A pediatric neurologist explains what abdominal migraine is, its symptoms and how to treat it.

Abdominal migraine is a form of migraine with abdominal pain, nausea, and vomiting episodes. It’s different from typical migraine attacks because it doesn’t usually have head pain as a symptom. This disease is mostly seen in children. Attacks can last from two to 72 hours, and in between attacks, a person has no symptoms.

To help parents who may see these symptoms in their children, we spoke with Dr. Kaitlin Greene, a pediatric neurologist and director of the Child and Adolescent Headache Program at Doernbecher Children’s Hospital at Oregon Health & Science University in Portland, Oregon. She shared the symptoms of abdominal migraine and how to recognize and treat it.

Signs and Symptoms of Abdominal Migraine

The pain connected to abdominal migraine is generally located in the middle of the stomach around the belly button. It can feel like a dull ache or soreness and may be moderate to severe. In addition, loss of appetite, nausea, vomiting, and a pale appearance (pallor) can occur. Some children also have other migraine symptoms, like light and noise sensitivity.

This type of migraine is mainly seen in children, most commonly under 10 years old, but it can also affect adults. The average age for onset (start of symptoms) is seven years old. The disease affects 1 to 4% of school-aged children and tends to affect more girls than boys. “Children with abdominal migraine usually start to outgrow the abdominal pain symptoms sometime around puberty,” says Dr. Greene. According to research, about 60% of children with this disease no longer have episodes of abdominal pain by their late teenage years.

However, many of these children go on to develop typical migraine. “The majority of patients with abdominal migraine—somewhere between 50% and even up to 70% of patients in one study—either have migraine that occurs at the same time that they have abdominal migraine or they then develop it later in the adolescent or teenage years,” says Dr. Greene.

How To Diagnose Abdominal Migraine

Abdominal migraine is hard to diagnose and many people are diagnosed years after their symptoms start. “When people are diagnosed with abdominal migraine, the average length of time that they’ve gone with symptoms before getting diagnosed is reported as two years. ” says Dr. Greene. Abdominal pain can be common in childhood, and children may have trouble describing their pain and communicating the difference between these symptoms and a typical stomachache. “We always say that migraine is not just a headache. Abdominal migraine is also not just a stomachache,” says Dr. Greene.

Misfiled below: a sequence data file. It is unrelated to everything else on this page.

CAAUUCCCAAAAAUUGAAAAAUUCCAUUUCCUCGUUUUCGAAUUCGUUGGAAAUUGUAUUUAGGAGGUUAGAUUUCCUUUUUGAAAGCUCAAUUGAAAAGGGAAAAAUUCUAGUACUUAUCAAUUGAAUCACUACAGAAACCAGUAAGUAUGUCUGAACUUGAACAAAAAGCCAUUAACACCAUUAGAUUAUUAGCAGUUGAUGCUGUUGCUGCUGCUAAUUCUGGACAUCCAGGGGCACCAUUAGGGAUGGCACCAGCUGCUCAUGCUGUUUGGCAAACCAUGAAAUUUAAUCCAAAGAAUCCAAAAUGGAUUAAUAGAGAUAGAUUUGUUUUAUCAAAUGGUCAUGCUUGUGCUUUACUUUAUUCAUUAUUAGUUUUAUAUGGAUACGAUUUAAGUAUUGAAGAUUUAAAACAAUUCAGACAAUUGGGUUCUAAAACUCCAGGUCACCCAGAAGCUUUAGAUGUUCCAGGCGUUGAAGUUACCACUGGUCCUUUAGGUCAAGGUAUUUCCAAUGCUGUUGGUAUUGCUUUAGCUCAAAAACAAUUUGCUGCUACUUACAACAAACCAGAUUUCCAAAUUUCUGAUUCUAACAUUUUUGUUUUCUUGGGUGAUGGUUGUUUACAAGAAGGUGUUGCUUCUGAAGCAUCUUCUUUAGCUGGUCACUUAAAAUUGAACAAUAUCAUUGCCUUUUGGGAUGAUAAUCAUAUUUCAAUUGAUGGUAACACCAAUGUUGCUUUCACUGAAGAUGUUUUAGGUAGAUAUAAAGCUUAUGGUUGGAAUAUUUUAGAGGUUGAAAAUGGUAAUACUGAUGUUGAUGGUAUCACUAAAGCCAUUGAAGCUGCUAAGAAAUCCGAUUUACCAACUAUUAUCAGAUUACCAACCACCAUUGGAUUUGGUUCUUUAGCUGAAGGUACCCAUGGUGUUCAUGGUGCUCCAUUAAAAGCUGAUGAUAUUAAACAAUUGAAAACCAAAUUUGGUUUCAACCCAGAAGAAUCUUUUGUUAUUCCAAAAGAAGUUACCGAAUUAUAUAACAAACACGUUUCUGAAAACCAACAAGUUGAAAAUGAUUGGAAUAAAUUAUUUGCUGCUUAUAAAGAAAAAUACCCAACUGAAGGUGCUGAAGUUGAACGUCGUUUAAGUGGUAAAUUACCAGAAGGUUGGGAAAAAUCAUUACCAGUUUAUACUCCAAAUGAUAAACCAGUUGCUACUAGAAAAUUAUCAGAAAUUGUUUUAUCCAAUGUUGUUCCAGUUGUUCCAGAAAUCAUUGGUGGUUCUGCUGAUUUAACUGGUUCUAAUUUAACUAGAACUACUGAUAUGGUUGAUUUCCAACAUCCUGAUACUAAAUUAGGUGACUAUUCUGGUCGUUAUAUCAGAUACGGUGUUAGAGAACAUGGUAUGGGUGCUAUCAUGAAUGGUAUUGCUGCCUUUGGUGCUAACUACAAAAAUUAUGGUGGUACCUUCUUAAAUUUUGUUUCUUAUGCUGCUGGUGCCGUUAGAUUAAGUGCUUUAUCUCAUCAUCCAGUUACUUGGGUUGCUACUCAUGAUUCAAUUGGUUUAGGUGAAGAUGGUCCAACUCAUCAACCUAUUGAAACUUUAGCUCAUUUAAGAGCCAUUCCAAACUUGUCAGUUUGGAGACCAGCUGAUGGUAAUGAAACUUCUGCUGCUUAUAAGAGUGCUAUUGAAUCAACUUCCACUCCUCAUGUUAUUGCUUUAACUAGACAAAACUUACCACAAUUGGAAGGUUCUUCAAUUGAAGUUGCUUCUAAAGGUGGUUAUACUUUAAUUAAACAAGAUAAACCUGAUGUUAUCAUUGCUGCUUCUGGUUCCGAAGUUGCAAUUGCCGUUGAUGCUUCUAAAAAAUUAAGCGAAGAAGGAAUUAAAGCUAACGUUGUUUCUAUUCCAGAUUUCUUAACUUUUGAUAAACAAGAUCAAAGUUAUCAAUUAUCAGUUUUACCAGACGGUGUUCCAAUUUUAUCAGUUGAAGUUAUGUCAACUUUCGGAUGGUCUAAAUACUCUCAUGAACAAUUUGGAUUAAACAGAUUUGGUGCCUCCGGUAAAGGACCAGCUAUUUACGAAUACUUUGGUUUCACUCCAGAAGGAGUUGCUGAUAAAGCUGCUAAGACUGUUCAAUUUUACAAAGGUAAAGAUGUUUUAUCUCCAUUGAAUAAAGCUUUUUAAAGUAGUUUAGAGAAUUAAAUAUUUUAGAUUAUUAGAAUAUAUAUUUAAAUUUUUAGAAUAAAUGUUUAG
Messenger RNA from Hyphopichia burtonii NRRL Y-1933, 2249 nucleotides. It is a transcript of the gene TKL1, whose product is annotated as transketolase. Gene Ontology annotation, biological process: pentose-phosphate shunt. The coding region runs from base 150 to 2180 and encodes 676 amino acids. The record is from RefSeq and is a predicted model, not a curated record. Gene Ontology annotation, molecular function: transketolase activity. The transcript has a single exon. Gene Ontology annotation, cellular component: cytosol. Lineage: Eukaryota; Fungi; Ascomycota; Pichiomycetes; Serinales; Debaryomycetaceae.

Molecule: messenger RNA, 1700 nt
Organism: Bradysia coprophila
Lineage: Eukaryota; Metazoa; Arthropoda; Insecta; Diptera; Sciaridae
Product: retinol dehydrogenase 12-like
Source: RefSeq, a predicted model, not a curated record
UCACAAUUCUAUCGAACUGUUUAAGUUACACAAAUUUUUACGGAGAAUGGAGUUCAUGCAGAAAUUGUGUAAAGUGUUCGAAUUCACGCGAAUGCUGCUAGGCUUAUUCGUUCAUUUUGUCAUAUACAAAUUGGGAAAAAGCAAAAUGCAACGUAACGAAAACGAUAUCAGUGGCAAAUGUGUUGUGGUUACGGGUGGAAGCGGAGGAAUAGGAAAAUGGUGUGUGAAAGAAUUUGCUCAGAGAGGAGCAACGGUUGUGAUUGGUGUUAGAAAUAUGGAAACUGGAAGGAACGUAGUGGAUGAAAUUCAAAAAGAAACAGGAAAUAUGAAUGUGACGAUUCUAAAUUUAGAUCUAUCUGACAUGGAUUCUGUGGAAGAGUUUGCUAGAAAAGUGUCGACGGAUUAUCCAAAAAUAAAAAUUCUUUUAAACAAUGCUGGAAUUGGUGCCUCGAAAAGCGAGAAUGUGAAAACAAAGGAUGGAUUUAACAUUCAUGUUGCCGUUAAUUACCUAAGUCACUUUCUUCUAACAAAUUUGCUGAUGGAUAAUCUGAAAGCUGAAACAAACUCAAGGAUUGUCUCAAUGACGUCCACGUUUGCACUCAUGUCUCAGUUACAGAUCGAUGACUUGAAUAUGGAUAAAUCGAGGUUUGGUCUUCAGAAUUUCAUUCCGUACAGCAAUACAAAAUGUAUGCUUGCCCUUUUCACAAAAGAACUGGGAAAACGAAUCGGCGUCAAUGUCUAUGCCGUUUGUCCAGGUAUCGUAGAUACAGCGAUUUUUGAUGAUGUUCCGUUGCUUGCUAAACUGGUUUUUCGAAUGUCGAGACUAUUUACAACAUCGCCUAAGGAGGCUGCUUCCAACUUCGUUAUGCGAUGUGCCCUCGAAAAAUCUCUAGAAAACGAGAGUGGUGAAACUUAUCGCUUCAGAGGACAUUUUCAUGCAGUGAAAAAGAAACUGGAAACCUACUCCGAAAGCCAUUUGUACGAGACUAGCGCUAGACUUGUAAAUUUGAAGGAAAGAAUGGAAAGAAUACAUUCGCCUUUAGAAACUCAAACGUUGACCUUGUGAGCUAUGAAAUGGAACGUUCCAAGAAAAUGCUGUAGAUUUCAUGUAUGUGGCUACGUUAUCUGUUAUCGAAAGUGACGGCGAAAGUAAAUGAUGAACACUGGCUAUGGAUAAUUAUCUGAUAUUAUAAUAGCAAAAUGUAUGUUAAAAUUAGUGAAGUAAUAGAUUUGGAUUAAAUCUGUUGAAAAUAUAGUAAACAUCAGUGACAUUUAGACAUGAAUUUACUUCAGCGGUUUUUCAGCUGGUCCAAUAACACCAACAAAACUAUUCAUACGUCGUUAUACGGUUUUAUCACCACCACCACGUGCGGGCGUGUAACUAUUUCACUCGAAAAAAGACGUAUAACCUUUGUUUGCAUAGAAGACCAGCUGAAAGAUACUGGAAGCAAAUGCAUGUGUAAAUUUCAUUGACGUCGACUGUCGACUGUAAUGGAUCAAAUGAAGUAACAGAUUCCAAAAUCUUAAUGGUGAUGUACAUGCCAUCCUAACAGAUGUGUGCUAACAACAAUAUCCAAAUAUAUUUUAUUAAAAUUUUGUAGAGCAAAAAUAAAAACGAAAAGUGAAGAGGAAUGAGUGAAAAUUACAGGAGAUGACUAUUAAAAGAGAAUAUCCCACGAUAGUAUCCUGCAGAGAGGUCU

Like other forms of migraine, there is no diagnostic test (like a blood test or scan) for abdominal migraine. Children with family members who have migraine are more likely to have this disease, so knowing your family history can help get a diagnosis. Your doctor will review a family and patient medical history, do a physical examination and perform tests, like an abdominal ultrasound or X-ray, to rule out other causes for the abdominal pain.

For example, they will likely want to rule out conditions that have similar symptoms to this disease. This may include ulcers, disorders involving the bladder, reproductive system and kidneys, Crohn’s disease and irritable bowel syndrome.

Download our free guide to preparing for a conversation with your doctor here.

Abdominal Migraine Triggers

It’s not clear what causes abdominal migraine. For many, the attacks happen without warning, so it can be hard to avoid triggers. However, some people may recognize factors that seem to lead to an attack.

“For some children, certain foods can trigger abdominal migraine—though, in studies, food triggers seem to be actually less common than they are for even migraine,” says Dr. Greene. She says stress, poor sleep, travel, motion sickness and missing a meal are common triggers. Tracking symptoms over time can help narrow down possible triggers.

Treatment Options for Abdominal Migraine

Medications used for other forms of migraine can also help treat abdominal migraine when symptoms start. Acute treatment options include non-steroidal anti-inflammatory drugs (NSAIDs), anti-nausea medications, and triptans. “Many people will try oral analgesics [pain relievers] like Tylenol or ibuprofen,” says Dr. Greene. “Taking rest and lying in a dark, quiet place can be helpful.”

Hydration therapy (fluids delivered through a small IV) may be used when a person has been vomiting often or over a longer period of time. If abdominal migraine attacks happen frequently, your doctor may want to try a preventive treatment, such as medication, supplements, cognitive behavioral therapy and dietary modifications.

As for any form of migraine, lifestyle changes can help prevent migraine attacks. Getting enough sleep on a regular schedule, eating regular nutritious meals, drinking enough water, exercising and managing stress support a healthy lifestyle.

Nothing hurts more than to see your child in pain. It is vital to believe them and advocate for their health. Speak with your child’s doctor about their symptoms, share any family history and bring up abdominal migraine as a possible diagnosis. In time, you’ll find the best way to treat and prevent future attacks.

The American Migraine Foundation is committed to improving the lives of those living with this debilitating disease. For more of the latest news and information on migraine in children, visit the AMF’s Pediatric Migraine Content Hub. For help finding a healthcare provider, check out our Find a Doctor tool. Together, we are as relentless as migraine.